We've had a few of these recently:

These are great questions and an area I'd like to see a lot more of on the site, both in questions and in more and better answers for such questions.

But that lofty vision aside, I'd like to help 'em out with some helpful tags. I put on those, but I'm not entirely happy with that. The only alternatives I can think of are a bit unnatural — , for example, and I'm not too keen on or .

Any ideas?

  • I guess the best tag would be one that people might think of naturally when asking such a question. The things that came to mind for me were sensation and emotion. Not sure if those really fit or not, but they seem to describe the questions.
    – jrista
    Mar 27, 2012 at 3:52
  • 1
    I like emotion particularly for the first one.
    – mattdm
    Mar 27, 2012 at 15:42
  • I gotta agree that emotion is the way to go.
    – rfusca
    Mar 28, 2012 at 1:21
  • I'm not sure it applies to the second, though, yet there is something in common: conveying an abstract idea through photography. (But not necessarily an abstract photograph.)
    – mattdm
    Mar 28, 2012 at 1:25

4 Answers 4


(More rambling: my train of thought from my drive home today. Downvote if you want me to stop.)

I don't really understand and can't predict what kinds of questions this initiative would lead to, so I had a hard time wrapping the topic in a description. Since I can't describe it, this led me to think of the tag . Along the same lines, perhaps, and if we can permanently wrap a tag in italics, maybe something along the lines of would capture that indescribable something we're trying to reduce to a tag.

Okay, neither of those are great, but let's keep going. I still don't know how to define this thing, but maybe that's okay: we're talking about the artistic side of photography, not the technical side, so there may not be an easy way to succinctly describe what we are considering. If we can't tackle this objectively -- well, that's just it, this isn't something to observe objectively, so maybe we should use the tag .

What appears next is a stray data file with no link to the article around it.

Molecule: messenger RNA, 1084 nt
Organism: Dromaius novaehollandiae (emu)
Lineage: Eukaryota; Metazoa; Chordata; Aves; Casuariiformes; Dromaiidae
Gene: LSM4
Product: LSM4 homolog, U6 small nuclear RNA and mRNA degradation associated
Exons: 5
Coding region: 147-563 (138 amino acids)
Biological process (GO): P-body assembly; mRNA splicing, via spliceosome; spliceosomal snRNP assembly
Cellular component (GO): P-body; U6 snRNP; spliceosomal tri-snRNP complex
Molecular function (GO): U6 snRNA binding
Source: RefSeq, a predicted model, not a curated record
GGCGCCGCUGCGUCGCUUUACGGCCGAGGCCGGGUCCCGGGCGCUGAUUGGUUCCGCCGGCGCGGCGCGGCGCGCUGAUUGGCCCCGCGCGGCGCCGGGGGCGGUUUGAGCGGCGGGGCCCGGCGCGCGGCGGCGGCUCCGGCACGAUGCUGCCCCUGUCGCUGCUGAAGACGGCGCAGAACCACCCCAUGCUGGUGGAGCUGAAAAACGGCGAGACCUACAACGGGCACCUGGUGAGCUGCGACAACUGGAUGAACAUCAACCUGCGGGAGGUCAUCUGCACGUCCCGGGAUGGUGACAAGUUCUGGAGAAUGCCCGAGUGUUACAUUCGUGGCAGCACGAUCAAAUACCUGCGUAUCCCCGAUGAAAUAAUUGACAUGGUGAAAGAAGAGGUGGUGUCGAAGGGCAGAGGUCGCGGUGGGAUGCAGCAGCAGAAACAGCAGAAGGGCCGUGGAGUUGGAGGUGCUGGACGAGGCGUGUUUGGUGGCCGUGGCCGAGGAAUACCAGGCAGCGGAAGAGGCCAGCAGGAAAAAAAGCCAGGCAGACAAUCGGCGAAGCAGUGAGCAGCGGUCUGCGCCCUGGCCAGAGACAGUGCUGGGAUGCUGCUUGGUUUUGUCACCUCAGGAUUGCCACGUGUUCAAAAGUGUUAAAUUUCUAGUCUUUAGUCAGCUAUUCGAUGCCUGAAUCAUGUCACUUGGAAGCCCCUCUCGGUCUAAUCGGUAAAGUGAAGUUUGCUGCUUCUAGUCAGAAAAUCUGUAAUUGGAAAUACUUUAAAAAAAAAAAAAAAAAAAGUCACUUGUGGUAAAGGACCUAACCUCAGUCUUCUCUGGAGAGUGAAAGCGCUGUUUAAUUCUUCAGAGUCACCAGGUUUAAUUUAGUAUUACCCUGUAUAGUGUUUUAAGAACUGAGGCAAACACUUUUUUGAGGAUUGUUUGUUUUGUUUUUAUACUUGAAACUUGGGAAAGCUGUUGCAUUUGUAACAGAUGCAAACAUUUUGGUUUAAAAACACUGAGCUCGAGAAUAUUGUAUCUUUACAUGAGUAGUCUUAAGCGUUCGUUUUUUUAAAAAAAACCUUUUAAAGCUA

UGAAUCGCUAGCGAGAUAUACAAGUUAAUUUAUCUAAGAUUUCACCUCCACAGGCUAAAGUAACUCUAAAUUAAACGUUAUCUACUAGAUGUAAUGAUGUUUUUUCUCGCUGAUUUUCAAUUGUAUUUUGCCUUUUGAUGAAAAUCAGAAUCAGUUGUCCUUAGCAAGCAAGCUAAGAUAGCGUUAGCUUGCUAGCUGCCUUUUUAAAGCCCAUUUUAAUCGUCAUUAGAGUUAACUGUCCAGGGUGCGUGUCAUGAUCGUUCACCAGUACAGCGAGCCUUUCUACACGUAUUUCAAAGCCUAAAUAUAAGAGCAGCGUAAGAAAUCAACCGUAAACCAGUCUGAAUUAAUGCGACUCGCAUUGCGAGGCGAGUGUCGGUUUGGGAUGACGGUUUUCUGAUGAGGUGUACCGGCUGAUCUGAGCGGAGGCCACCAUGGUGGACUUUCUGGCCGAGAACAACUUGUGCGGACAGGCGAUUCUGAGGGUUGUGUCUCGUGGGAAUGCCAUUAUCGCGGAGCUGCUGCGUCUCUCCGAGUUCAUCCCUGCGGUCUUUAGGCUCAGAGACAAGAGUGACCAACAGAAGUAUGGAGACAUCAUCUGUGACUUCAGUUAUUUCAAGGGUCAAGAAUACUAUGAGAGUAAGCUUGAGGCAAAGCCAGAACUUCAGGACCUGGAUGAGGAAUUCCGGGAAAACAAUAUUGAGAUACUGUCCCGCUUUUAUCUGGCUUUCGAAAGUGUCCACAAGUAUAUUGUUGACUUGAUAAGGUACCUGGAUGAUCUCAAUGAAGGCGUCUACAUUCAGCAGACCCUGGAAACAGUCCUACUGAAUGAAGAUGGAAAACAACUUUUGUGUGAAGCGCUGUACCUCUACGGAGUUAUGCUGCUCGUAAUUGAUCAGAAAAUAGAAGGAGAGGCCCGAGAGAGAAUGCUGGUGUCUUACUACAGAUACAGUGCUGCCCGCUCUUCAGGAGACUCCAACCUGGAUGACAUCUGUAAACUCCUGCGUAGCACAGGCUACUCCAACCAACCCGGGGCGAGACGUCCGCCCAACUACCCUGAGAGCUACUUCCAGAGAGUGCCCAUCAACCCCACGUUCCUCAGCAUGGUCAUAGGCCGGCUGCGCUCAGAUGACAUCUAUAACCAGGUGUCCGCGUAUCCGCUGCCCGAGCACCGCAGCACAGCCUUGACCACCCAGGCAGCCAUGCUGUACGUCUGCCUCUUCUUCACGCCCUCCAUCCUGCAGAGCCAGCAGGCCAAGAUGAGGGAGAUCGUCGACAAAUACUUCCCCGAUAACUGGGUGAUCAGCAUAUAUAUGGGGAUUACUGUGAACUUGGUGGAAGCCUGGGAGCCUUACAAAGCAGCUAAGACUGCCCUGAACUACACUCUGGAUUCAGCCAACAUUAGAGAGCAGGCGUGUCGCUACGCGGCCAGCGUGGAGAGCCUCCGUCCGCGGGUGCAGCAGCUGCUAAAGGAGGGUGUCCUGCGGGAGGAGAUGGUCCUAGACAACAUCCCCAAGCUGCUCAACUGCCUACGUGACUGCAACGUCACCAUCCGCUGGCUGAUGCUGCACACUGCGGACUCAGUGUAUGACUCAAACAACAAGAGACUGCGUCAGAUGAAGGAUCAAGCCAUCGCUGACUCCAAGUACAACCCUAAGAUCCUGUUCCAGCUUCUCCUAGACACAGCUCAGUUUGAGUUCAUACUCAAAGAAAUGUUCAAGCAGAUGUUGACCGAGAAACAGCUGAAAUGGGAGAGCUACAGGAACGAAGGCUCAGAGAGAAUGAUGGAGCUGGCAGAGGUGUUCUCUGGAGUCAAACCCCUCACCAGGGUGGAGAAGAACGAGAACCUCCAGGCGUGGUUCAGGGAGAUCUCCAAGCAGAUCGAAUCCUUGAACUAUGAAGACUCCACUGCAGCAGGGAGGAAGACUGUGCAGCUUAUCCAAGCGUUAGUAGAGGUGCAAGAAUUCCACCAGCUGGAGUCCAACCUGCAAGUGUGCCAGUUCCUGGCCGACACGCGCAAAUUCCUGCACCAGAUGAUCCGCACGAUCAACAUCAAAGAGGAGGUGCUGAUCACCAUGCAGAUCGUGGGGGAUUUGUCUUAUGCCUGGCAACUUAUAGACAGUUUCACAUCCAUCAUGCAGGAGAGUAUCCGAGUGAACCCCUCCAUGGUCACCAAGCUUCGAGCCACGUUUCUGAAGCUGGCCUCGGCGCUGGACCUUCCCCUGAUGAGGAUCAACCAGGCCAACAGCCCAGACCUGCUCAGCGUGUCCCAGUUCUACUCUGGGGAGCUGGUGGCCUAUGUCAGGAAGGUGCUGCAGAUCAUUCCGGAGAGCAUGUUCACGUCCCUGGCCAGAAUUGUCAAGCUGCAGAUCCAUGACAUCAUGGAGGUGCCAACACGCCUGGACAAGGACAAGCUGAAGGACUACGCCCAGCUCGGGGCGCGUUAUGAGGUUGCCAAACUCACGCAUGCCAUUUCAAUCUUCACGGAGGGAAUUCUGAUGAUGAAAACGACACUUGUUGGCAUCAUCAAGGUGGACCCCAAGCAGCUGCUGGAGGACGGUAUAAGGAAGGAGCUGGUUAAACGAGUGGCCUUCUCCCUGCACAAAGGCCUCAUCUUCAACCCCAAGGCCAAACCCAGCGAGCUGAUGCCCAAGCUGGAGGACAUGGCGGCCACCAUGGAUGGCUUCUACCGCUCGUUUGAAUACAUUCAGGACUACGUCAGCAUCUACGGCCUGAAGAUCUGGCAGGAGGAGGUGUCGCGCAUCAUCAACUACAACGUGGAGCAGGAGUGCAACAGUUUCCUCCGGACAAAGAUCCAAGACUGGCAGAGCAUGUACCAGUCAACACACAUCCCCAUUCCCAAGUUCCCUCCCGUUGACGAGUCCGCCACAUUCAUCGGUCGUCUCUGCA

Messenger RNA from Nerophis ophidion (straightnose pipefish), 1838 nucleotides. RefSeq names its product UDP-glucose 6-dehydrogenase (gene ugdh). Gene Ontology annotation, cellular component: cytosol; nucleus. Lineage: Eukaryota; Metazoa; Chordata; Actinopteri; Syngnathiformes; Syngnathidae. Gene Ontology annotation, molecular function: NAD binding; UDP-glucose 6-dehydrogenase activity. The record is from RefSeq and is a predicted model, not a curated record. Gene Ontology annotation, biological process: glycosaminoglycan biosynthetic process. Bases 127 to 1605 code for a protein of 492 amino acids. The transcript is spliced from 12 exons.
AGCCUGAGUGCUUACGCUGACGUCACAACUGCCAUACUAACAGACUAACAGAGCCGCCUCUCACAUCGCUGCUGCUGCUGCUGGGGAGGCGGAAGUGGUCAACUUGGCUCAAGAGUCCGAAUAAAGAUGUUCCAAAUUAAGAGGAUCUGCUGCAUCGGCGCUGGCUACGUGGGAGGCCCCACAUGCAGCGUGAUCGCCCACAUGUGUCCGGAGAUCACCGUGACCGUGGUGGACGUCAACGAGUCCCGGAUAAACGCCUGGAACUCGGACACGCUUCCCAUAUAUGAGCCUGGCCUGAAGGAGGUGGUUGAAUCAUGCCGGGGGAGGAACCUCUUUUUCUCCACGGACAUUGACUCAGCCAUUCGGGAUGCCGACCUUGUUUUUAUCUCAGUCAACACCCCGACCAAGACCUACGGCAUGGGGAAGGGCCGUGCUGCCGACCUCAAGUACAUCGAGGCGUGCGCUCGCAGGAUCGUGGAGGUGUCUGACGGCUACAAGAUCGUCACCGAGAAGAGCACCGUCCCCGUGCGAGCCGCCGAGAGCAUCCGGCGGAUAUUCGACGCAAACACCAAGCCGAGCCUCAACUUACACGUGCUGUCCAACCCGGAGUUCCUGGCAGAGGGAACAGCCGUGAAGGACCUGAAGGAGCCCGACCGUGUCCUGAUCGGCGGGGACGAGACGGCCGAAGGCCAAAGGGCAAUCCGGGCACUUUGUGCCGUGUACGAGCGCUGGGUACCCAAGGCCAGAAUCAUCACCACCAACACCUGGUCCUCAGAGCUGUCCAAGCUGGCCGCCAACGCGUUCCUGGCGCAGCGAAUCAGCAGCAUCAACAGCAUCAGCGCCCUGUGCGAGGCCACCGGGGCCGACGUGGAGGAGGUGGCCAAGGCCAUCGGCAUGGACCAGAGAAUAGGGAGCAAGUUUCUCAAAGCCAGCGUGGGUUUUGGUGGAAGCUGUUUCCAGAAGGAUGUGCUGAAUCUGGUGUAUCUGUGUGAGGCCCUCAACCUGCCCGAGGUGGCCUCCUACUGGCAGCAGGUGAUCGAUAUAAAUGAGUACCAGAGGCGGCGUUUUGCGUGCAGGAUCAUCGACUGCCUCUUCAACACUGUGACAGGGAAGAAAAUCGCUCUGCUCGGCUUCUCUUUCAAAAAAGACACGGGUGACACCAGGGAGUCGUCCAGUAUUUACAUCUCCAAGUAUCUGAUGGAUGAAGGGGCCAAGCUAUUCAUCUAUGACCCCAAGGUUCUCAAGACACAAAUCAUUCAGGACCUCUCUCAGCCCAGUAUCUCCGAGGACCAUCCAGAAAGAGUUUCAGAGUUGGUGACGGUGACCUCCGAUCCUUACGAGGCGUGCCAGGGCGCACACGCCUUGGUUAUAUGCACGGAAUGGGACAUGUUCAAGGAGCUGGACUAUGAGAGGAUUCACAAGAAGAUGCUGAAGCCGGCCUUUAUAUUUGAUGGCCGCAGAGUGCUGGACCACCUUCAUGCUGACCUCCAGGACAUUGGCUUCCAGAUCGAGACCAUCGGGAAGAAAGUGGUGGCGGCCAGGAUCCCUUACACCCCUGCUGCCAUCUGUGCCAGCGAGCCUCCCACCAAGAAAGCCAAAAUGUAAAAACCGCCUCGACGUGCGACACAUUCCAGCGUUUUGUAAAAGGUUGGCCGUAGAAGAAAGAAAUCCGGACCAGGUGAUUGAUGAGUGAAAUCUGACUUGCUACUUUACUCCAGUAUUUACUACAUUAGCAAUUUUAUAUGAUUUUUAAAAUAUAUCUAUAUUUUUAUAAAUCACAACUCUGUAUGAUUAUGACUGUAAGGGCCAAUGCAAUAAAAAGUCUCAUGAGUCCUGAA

• Or if everyone's already tired of talking about this, just pick something like 'review' (since it's for questioners who are asking people to judge/review their photos) and be done with it.
    – user2910
    Mar 29, 2012 at 4:48
  • I don't think this is right for these questions but I appreciate the rambling. :)
    – mattdm
    Mar 29, 2012 at 10:38

Some thoughts, if you don't mind me rambling (which IMO is important in naming discussions; showing and spelling out your thought process helps you understand how you're getting to where you're trying to get):

  • these questions are about the artistic rather than technical side of photography, so the existing or tags might work well. Or, if there's a better or more common way to describe the two (or more) sides than "technical vs. artistic," that word would work.
  • if I was searching for how to do something artsy, I might try looking for the doesn't-exist-yet tag.
  • this weekend I created the tag, which might apply when someone is trying something new (at least to them).

Okay, normally if I'm trying to name something, I want to talk about it for a few sentences or paragraphs. In the process of defining it by wrapping a lot of words around it to uniquely identify this thing, I can often identify the right word in which its meaning can be encapsulated. So if 'a picture is worth a thousand words,' instead of drawing a picture (or in this case, just linking to 2 examples), maybe you should write a paragraph or a few paragraphs defining what it is you want to see. I bet the right word will become obvious as a result of that exercise.

(Also, once you create the tag, some questions will be tailored to fit the tag. Since naming it well now will influence questions to fit that name, it's useful to spend the time coming up with the right name that describes the right thing.)


Both the linked questions appear to be about trying to convey a certain meaning/sense/theme. Outside of providing a caption or commentary to go along with the image, the only way to convey such is to provide clues to be interpreted by the viewer. These clues are subject to the viewer's culture, experiences, etc., and so may be interpreted differently than was intended by the artist - or even completely overlooked.

What about an [interpretation] tag?

  • Isn't that exactly the opposite?
    – mattdm
    Mar 27, 2012 at 22:27
  • I've edited my answer to try to expand on my thought process.
    – kobatan
    Mar 27, 2012 at 22:50
  • Yeah I still think it's the opposite. Your point about cultural subjectivity is good, but the questions aren't about interpretation; they're about the other side o the same creative process.
    – mattdm
    Mar 28, 2012 at 10:33

These questions are looking for ways to express certain ideas or feelings, so perhaps the tag could be ?

  • Maybe expression. Expressing happens to have another meaning in English which will probably occur first to at least new parents. :)
    – mattdm
    Mar 28, 2012 at 10:31

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